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Each box can be refined with an arbitrary small precision. See the commands RefineBox and RefineListBox.

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Two methods can be used for isolating real roots of zero-dimensional regular chains and semi-algebraic systems. The first one is a generalization of the Vincent-Collins-Akritas Algorithm which isolates real roots for univariate polynomials. The techniques are very close to the ones used by Renaud Rioboo in his ISSAC 1992 paper (see reference below). The other method implements the algorithm of the paper "An Algorithm for Isolating the Real Solutions of Semi-algebraic Systems." by B. Xia and L. Yang.

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The command RealRootCounting counts the number of solutions of a semi-algebraic system with finitely many solutions.

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The empty set is a special semi-algebraic set which can be constructed by the command EmptyConstructibleSet.

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An important tool provided by this package is a command for cylindrical algebraic decomposition. See the command CylindricalAlgebraicDecompose. In broad terms, for a given set of polynomials in n variables, this commands computes a partition of the n-dimensional Euclidean space into regions, where the sign (negative, null or positive) of each of those polynomials does not change.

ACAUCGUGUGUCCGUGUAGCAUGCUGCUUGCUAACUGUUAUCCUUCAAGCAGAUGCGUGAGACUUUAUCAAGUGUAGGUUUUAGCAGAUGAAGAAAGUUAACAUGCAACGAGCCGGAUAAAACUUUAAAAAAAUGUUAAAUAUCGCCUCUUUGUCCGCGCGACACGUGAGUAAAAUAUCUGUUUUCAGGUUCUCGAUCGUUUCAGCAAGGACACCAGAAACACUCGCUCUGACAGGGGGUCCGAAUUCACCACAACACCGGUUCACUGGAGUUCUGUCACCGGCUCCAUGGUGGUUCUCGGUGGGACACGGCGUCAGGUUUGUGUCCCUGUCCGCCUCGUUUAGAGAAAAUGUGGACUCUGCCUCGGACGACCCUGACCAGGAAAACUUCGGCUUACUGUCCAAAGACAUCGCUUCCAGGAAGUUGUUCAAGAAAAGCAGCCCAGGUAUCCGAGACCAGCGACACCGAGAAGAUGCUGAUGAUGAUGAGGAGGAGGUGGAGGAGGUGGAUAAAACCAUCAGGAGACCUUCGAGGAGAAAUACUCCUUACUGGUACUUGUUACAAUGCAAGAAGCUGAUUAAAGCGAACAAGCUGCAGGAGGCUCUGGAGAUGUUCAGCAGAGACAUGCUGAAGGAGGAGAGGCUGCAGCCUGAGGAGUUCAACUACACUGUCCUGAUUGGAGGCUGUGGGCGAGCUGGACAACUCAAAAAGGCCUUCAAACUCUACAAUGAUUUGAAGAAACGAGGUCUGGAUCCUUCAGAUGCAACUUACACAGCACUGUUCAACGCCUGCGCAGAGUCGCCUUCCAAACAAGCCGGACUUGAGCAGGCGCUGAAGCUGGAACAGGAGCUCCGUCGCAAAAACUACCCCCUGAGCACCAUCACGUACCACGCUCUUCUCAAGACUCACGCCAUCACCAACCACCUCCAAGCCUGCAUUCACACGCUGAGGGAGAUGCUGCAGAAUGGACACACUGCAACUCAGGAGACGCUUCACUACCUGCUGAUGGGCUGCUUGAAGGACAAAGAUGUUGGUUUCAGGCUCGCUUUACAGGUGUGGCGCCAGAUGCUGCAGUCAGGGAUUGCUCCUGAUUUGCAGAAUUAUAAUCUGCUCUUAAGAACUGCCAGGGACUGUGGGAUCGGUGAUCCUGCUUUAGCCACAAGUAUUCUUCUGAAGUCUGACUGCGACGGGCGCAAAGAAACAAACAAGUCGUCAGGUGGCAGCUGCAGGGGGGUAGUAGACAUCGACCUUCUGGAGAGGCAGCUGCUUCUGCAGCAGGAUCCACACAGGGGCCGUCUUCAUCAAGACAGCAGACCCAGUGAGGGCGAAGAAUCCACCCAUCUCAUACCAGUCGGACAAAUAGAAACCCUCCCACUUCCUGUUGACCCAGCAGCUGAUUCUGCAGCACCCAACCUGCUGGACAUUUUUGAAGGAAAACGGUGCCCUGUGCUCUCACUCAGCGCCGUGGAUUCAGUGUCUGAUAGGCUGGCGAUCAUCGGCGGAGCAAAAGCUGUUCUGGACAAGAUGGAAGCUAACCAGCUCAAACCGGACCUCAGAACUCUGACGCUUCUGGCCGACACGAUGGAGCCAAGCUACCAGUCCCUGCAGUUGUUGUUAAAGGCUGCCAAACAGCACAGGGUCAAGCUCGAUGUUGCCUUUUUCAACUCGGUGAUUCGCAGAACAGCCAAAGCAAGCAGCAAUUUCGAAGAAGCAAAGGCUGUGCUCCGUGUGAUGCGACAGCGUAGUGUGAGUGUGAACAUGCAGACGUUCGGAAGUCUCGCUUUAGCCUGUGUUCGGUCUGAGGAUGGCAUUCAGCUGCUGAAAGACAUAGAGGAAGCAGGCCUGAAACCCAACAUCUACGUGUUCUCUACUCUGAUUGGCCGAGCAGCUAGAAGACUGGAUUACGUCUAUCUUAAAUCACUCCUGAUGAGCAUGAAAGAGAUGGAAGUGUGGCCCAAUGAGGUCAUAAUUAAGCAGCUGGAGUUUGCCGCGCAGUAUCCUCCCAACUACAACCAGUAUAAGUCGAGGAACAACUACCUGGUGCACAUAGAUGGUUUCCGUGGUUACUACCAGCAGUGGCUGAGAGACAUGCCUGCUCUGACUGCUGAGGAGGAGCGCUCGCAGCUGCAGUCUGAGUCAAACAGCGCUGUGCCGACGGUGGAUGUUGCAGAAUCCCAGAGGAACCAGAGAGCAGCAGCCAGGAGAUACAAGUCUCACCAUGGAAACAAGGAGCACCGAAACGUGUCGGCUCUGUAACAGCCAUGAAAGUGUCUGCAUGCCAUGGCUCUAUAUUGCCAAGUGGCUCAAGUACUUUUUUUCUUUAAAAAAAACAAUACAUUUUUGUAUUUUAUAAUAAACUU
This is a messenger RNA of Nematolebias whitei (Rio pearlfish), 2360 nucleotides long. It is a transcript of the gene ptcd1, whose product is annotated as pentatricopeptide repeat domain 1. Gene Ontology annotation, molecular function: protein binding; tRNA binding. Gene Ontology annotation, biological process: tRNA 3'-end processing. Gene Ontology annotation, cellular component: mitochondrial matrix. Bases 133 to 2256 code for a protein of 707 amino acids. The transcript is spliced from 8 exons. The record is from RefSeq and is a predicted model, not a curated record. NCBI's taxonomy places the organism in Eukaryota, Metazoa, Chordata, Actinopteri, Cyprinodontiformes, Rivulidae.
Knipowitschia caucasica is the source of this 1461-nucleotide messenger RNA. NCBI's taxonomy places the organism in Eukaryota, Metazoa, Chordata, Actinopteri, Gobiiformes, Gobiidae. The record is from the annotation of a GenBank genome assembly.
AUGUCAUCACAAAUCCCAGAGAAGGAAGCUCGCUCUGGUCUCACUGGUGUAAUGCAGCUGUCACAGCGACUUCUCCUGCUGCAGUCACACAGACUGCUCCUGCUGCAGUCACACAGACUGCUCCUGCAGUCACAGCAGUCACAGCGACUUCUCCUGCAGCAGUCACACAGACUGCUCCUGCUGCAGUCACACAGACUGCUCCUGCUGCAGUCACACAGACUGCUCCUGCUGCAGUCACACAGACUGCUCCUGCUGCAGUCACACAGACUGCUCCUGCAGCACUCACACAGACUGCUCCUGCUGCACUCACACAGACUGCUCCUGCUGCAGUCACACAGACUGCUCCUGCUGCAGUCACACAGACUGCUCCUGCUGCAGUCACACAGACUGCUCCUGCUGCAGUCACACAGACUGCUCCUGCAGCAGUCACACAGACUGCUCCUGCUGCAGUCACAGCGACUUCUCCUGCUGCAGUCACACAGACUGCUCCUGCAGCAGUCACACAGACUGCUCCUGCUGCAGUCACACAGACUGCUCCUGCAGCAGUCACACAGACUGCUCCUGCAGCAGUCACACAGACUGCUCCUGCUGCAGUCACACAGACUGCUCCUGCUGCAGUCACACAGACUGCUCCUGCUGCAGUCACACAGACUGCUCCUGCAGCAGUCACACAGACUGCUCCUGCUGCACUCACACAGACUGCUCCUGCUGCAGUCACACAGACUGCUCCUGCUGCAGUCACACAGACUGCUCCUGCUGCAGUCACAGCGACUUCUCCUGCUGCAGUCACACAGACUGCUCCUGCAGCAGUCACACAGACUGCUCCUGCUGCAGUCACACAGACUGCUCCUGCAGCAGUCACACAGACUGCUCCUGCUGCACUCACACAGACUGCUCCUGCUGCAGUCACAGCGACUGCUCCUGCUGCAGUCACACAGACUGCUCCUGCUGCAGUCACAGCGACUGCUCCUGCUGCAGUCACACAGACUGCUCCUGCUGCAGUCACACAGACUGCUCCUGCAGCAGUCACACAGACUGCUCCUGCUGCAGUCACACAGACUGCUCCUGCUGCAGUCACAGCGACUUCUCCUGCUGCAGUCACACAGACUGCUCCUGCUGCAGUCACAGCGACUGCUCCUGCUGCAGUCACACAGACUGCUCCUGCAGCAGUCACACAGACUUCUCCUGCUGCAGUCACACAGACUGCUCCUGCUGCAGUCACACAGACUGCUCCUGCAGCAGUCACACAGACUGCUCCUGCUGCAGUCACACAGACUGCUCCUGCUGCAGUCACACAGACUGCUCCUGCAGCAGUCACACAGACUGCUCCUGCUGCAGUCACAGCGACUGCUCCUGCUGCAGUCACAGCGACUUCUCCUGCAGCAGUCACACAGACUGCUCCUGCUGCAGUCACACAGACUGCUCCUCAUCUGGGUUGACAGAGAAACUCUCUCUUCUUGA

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Another related tool is a command for partial cylindrical algebraic decomposition. See the command PartialCylindricalAlgebraicDecomposition. It computes only the maximal dimensional cells of the cylindrical algebraic decomposition induced by the input polynomials and represent each of which by a rational sample point. It can be used as a subroutine to decide whether a semi-algebraic system with only strict positive inequalities has solutions or not. Together with the other commands of this package, it is an essential tool for studying the real solutions of polynomial systems, with or without parameters. For the parametric case, see the command RealRootClassification. For the non-parametric case, see the command RealTriangularize.